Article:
Xinhua
Hunger in the news
4 February 2009

Retailers in no rush to reopen doors in Zimbabwe

Despite Zimbabwean opposition leader Morgan Tsvangirai joining the government of national unity last week and the government changing policy to allow businesses to charge in foreign currencies, local retailers are not leaping to be the first back into the country that was once known as Africa’s bread basket. [...] The country is [...] in the middle of a humanitarian crisis. The World Health Organisation has put the number of cholera deaths at more than 3000 while about 7-million Zimbabweans need food aid, up from 5,1-million six months ago, according to the World Food Programme.
Business Day
Hunger in the news
4 February 2009

Somalia's total meltdown

The search for a government -- any kind of government -- to bring order to Somalia is growing increasingly desperate as warring Islamist factions, tribal clans and bandit gangs exploit a power vacuum created by last week's Ethiopian troop withdrawal. Just when it seemed the plight of Somali civilians could not get any worse, it did. Aid workers and human rights groups are not mincing words: catastrophe is just around the corner. [...] The World Food Programme said earlier this month that it might have to suspend food distribution after two of its employees were murdered.
The Mail and Guardian
Hunger in the news
4 February 2009

Aid agencies warn millions face hunger in Kenya

Millions of Kenyans risk hunger this year, according to the government and the U.N. World Food Program, unless international donors grappling with their own financial crises step in to provide massive aid. The World Food Program sent out teams this week to assess the extent of the crisis after yet another rash of crop failures caused by prolonged drought; the agency says historical data suggests 3.2 million people will need aid. In many of the worst affected areas, this is the third consecutive failed harvest. WFP estimates that $135 million will be needed to tackle the crisis through the expansion of emergency projects. "This is a very alarming situation," WFP spokeswoman Gabrielle Menezes said as she led a group of journalists across a field filled with dry and broken cornstalks. "People already hit by high food prices are struggling to feed themselves."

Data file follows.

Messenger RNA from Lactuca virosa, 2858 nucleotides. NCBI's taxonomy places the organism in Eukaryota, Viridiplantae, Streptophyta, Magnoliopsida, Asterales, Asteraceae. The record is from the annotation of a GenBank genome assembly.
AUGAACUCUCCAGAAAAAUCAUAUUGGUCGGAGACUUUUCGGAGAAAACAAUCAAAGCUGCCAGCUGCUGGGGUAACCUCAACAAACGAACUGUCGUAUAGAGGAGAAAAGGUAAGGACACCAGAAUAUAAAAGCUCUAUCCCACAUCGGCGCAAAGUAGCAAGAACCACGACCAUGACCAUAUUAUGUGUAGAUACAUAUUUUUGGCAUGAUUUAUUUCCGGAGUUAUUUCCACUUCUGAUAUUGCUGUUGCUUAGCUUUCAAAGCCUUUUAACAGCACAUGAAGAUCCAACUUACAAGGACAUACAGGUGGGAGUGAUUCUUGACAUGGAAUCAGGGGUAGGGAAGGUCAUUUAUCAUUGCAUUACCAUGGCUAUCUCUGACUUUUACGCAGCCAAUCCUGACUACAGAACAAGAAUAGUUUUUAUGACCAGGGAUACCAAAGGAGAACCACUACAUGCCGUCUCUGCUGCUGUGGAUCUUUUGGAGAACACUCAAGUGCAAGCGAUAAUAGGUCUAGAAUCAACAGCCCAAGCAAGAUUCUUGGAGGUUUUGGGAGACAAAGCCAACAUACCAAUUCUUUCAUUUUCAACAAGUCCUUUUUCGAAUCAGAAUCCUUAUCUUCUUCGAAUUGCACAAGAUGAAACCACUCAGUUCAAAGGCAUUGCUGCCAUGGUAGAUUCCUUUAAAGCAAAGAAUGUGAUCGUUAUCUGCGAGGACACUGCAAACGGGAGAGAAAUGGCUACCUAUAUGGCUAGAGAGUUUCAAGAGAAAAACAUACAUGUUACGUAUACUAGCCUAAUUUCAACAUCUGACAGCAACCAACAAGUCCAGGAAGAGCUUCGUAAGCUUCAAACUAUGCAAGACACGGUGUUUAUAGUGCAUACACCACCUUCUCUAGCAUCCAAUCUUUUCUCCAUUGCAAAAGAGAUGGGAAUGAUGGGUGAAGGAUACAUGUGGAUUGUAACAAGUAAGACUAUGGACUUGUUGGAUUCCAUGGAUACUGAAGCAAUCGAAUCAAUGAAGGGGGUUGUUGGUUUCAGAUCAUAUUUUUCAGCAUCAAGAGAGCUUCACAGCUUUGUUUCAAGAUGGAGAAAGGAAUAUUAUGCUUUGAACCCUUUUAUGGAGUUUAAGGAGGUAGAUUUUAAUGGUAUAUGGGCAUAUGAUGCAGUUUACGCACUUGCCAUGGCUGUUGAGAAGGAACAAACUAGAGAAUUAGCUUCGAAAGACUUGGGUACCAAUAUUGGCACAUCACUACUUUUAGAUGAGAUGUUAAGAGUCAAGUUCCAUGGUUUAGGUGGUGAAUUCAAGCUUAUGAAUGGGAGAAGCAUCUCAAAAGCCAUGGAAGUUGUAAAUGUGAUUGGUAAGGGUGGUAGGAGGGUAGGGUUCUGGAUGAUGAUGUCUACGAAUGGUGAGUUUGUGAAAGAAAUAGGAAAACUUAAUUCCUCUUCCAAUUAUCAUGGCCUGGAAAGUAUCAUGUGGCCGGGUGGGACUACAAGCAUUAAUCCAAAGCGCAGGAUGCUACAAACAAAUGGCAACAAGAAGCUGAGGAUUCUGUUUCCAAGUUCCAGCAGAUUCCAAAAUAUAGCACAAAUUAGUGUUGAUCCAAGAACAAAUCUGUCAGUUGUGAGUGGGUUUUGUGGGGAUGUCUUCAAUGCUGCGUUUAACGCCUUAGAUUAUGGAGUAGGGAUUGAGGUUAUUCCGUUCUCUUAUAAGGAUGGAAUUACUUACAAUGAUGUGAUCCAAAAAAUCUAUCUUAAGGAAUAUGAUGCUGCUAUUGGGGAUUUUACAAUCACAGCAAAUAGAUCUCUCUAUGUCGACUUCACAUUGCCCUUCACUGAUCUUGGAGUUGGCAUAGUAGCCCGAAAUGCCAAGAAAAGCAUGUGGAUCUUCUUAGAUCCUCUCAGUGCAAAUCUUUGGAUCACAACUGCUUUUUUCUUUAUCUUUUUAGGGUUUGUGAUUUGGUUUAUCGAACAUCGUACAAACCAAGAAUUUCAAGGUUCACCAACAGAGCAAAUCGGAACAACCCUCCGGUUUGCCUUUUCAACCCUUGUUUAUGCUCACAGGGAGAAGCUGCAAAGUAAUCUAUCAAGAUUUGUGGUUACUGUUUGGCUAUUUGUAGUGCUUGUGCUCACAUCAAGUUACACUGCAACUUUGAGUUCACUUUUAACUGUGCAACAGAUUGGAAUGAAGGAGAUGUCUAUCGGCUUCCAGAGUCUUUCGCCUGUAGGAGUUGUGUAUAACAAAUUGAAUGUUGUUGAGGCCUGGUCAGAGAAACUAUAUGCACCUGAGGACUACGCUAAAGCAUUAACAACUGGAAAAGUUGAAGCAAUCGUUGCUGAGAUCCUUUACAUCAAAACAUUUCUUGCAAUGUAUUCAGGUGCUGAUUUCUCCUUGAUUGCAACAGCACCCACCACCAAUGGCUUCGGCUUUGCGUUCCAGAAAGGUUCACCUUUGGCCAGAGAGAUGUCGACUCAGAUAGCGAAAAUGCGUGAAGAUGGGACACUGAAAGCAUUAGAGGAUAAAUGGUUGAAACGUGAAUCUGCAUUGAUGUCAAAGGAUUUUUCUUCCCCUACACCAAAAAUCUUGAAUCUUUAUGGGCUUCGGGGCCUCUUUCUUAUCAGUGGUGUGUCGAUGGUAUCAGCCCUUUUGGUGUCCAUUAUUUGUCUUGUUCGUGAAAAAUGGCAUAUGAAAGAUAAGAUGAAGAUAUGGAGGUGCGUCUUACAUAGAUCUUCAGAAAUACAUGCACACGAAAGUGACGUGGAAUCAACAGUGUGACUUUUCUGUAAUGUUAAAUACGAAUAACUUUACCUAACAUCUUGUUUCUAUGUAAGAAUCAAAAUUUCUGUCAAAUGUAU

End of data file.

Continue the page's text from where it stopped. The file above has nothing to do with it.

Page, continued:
Seattle Post Intellegencer / AP
Hunger in the news
4 February 2009

Fasting in Lent

Fasting from food and detaching oneself from material goods during Lent help believers open their hearts to God and open their hands to the poor, Pope Benedict XVI said. [...] The papal message for Lent, which begins Feb. 25 for Latin-rite Catholics, was released Feb. 3 at the Vatican. [...] The Vatican invited Josette Sheeran, executive director of the U.N.'s World Food Program, to help present the papal message. "Serving the hungry is a moral call that unites people of all faiths," said Sheeran, whose organization relies heavily on Catholic charities and other faith-based organizations to distribute food aid. "At this time of worldwide economic challenges, let us not forget that the food and financial crises hit the world's most vulnerable the hardest," she said. "Since 2007, 115 million were added to the ranks of the hungry to create a total of nearly 1 billion people without adequate food."